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Surprising Science

The Official 2014 World Cup Ball is a Marvel of Engineering

After a dreadful response to the flighty 2010 Jabulani model, Adidas has pulled out all the stops to produce a more dependable game ball for 2014. The secret to the Brazuca model’s success is all in the seams.

What’s the Latest?

To say that the response to the Jabulani, the official game ball of 2010 World Cup, was contentious would be something of an understatement. The Adidas-designed ball was lambasted by players such as Italy’s Giampaolo Pazzini (who called the Jabulani “a disaster”) and Brazilian keeper Julio Cesar (who famously compared it to “a supermarket ball”). According to Popular Science’s David Cassilo, the Jabulani’s downfall was its susceptibility to drag. The ball’s flawed design made it vulnerable to the whims of the wind and caused lots of awkwardness when crossed about the pitch.

Now, with the 2014 World Cup in Brazil only weeks away, Adidas expects its new Brazuca ball to fly truer than its fickle predecessor. The secret? The new design features deeper seams and a textured surface limiting the amount of outside air affecting the ball’s flight.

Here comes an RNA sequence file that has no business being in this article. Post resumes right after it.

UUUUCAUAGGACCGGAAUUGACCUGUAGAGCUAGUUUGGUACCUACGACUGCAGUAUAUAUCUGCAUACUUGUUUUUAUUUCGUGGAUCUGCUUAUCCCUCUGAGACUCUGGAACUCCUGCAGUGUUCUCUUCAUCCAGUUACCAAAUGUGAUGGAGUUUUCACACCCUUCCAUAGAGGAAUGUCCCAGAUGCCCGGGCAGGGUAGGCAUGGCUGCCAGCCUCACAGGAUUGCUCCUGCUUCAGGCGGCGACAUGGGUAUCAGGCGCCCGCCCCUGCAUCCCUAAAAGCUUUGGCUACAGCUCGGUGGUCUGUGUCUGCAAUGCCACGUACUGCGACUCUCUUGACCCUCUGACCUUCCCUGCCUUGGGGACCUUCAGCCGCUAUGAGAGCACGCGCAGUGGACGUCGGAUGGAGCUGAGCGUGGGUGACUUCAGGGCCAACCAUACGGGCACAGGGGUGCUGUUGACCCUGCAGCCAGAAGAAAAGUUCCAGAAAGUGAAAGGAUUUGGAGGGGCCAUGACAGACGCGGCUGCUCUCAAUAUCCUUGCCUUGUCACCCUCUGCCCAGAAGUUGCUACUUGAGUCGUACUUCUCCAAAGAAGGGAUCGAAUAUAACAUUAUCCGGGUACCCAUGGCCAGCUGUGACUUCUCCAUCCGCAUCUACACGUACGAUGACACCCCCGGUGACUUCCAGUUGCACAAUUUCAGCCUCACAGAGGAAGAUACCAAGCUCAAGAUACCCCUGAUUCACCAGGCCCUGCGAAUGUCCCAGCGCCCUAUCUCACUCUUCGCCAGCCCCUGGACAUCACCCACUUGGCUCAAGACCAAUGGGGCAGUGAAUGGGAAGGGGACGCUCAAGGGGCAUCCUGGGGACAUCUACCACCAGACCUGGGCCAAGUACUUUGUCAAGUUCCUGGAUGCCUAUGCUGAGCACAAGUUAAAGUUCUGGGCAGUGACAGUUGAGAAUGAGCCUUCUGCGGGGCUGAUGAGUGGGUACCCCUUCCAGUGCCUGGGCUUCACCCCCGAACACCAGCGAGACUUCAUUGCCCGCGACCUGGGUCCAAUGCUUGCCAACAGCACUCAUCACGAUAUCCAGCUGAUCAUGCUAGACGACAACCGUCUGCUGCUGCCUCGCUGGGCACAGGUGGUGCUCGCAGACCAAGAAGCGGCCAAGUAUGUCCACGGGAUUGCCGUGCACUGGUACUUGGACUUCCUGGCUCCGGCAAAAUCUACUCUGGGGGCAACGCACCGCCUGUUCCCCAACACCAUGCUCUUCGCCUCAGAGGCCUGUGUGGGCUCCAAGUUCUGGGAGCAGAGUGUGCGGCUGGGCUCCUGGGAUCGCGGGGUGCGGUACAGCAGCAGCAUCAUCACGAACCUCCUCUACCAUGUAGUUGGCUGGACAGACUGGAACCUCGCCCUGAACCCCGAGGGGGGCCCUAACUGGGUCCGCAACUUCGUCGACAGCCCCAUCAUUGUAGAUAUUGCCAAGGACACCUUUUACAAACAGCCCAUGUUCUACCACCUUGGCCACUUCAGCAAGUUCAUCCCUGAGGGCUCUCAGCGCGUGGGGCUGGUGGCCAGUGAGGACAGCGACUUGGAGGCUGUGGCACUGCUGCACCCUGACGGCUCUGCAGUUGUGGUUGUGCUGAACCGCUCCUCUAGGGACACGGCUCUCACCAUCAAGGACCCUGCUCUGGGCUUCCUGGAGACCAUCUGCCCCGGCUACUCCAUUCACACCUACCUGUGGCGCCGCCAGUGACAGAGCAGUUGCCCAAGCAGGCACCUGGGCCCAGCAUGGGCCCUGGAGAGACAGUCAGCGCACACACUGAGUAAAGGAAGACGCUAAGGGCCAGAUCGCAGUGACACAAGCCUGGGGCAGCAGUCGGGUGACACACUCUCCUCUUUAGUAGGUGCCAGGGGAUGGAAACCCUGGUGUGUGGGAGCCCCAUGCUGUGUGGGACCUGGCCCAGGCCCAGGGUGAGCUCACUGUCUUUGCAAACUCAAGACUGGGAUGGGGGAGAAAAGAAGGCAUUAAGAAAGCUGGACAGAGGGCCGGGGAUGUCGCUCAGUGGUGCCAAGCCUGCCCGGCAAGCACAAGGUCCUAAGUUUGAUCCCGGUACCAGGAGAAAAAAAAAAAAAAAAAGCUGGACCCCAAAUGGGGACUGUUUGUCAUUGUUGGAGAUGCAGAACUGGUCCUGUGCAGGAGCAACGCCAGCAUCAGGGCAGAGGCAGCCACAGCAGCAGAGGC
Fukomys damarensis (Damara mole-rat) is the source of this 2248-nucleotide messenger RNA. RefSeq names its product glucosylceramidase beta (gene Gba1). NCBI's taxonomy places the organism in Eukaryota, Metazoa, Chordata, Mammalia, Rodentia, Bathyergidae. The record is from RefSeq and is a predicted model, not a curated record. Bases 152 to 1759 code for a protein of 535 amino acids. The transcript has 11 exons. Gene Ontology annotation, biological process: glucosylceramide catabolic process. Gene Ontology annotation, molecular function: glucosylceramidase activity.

What’s the Big Idea?

Soccer (or football, if you’re European or pretentious) may not strike observers as the kind of game from which to expect major technological advances. The sport is grounded in a novel concept — just get the ball in the net — and governing organizations such as FIFA have been insufferably stingy when it comes to the introduction of in-game technology such as instant replay. Yet the innate simplicity of soccer always leaves the door open for nature and physics to play a part in impacting the results of each match. The way a ball plays in the wind or the amount of grip a player gets on a rain-soaked throw-in have the power to determine wins, draws, and losses.

Keep an ear open for player reports and media coverage of the Brazuca during the next few weeks. if Adidas is correct in their assumption that they’ve created a better ball, chances are you won’t hear much.

Continue Reading at Popular Science

Photo Credit: Jon Le-Bon/Shutterstock


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